HeadHunter Group (HHR) – Competition in Mother Russia
HeadHunter is a leading online recruitment platform in Russia focused on connecting job seekers with employers. It offers potential employers and recruiters paid access to their extensive curriculum vitae (CV) database and job postings platform. It also provides job seekers and employers with a value-added services (VAS) portfolio centered around their recruitment needs.
Last earnings, the company reported total revenue increased 30% Y/Y with its Russia segment up 29.1%. This was driven by an increase of 39.7% in the number of paying customers in Small and Medium Accounts (SMA) as well as an increase of 19.9% in the average revenue per customer in Key Accounts (KA) in Moscow and St. Petersburg.
Credit Suisse would highlight that given that Q3 had one more business day (66 versus 65 in Q318, or ~1.5% impact), the normalized growth rate was 28.5%. The updated guidance implies Q4 revenue to meaningfully decelerate to 20.2% Y/Y, due to tougher comparisons from the cancellation of free tier job posting packages in some regions that drove a step up in paying users.
Management would also offer an initial look of pricing increases for 2020 that will drive monetization for its products. The price for CV Database Access is expected to increase 16% for its Moscow Region and 10-20% for Other Regions of Russia. The price for single job posting will increase modestly by 5% to encourage SMA customer intake while the large package price could increase as much as 56% in the KA segment. Despite the relatively large increase, management expects immaterial impact to churn given it still accounts for a small portion of corporate budget. Unfortunately, JPMorgan believes that this price increase strategy may backfire leading to market share losses as competition looms.
Competition Heating Up
On the most recent earnings call, management confirmed that its closest private competitor, SuperJob, introduced unlimited tariffs into the market boosting job posting activity on its platform. HHR also confirmed signs of more aggressive performance from other market players such as Avito (owned by Naspers), Rabota.ru (owned by Sberbank) and Youla (owned by Mail.ru).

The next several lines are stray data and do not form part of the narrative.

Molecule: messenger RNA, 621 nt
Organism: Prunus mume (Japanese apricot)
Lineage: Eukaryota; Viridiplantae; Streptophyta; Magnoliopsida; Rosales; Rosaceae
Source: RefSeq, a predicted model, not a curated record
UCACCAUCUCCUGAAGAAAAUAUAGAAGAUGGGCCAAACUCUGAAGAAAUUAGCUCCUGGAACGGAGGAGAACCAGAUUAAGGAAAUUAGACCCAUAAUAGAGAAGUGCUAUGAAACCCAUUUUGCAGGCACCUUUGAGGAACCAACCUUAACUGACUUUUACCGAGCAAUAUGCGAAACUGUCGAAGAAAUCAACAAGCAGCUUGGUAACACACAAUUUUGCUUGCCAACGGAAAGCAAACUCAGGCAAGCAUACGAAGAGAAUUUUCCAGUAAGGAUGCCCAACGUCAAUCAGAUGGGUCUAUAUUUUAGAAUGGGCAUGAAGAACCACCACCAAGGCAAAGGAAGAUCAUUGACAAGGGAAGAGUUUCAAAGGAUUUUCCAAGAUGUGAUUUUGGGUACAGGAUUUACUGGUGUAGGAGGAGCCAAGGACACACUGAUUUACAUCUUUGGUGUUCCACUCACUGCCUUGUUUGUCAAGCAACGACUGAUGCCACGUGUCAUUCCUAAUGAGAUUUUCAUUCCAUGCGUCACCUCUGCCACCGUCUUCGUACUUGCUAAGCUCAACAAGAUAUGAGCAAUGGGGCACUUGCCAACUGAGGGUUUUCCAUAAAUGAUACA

JPMorgan would comment that they have seen a similar scenario unravel in the Russian seaport industry. While they acknowledge significant/major differences to HHR, they note that Global Ports lost market share as it was being under-cut by competitors (GLPR’s share went from 35% in early 2016 to ~28% in 2018). While GLPR eventually gave in and began providing substantial price discounts to its clients, to date it has not been able to recover its market share losses.
Fast forward to January 21st where VKontakte, or VK, (Russia’s largest social network owned by Mail.ru Group) announced deeper integration with Worki (a product of Youla also owned by Mail) in the job classifieds division. The social network reportedly launched an “interview functionality” within the so-called “Worki Mini App” inside VK instant messenger. The interview with a potential candidate will reportedly be conducted in a private messenger dialogue window inside VK, once both sides agree to proceed. The interview chatrooms will be clearly separated from regular user chats to avoid confusion. More importantly, VK promises to ensure that user privacy is protected by restricting access of the employer to the VK profile of the prospective applicant.
According to a study done by Worki, 70% of sourcing of prospective applicants in the blue-collar segment is done through various forms of messaging. Another study suggests that 60% of jobseekers prefer to communicate with potential Employers via instant messengers. With the newly introduced functionality Worki hopes to ease and expedite the hiring process for potential corporate clients.
JPMorgan analyst Alexei Gogolev would say in his note, “The abovementioned effort by Worki, which will most likely be supported by traffic originating on Mail.ru Group sites, confirms tightening competition among classifieds platforms on the Russian jobs market. We therefore think HHR’s pricing power may be limited by rising competition and worry that the company may be forced to review its aggressive pricing strategy over the next 12M in order to defend its 50%+ market share.”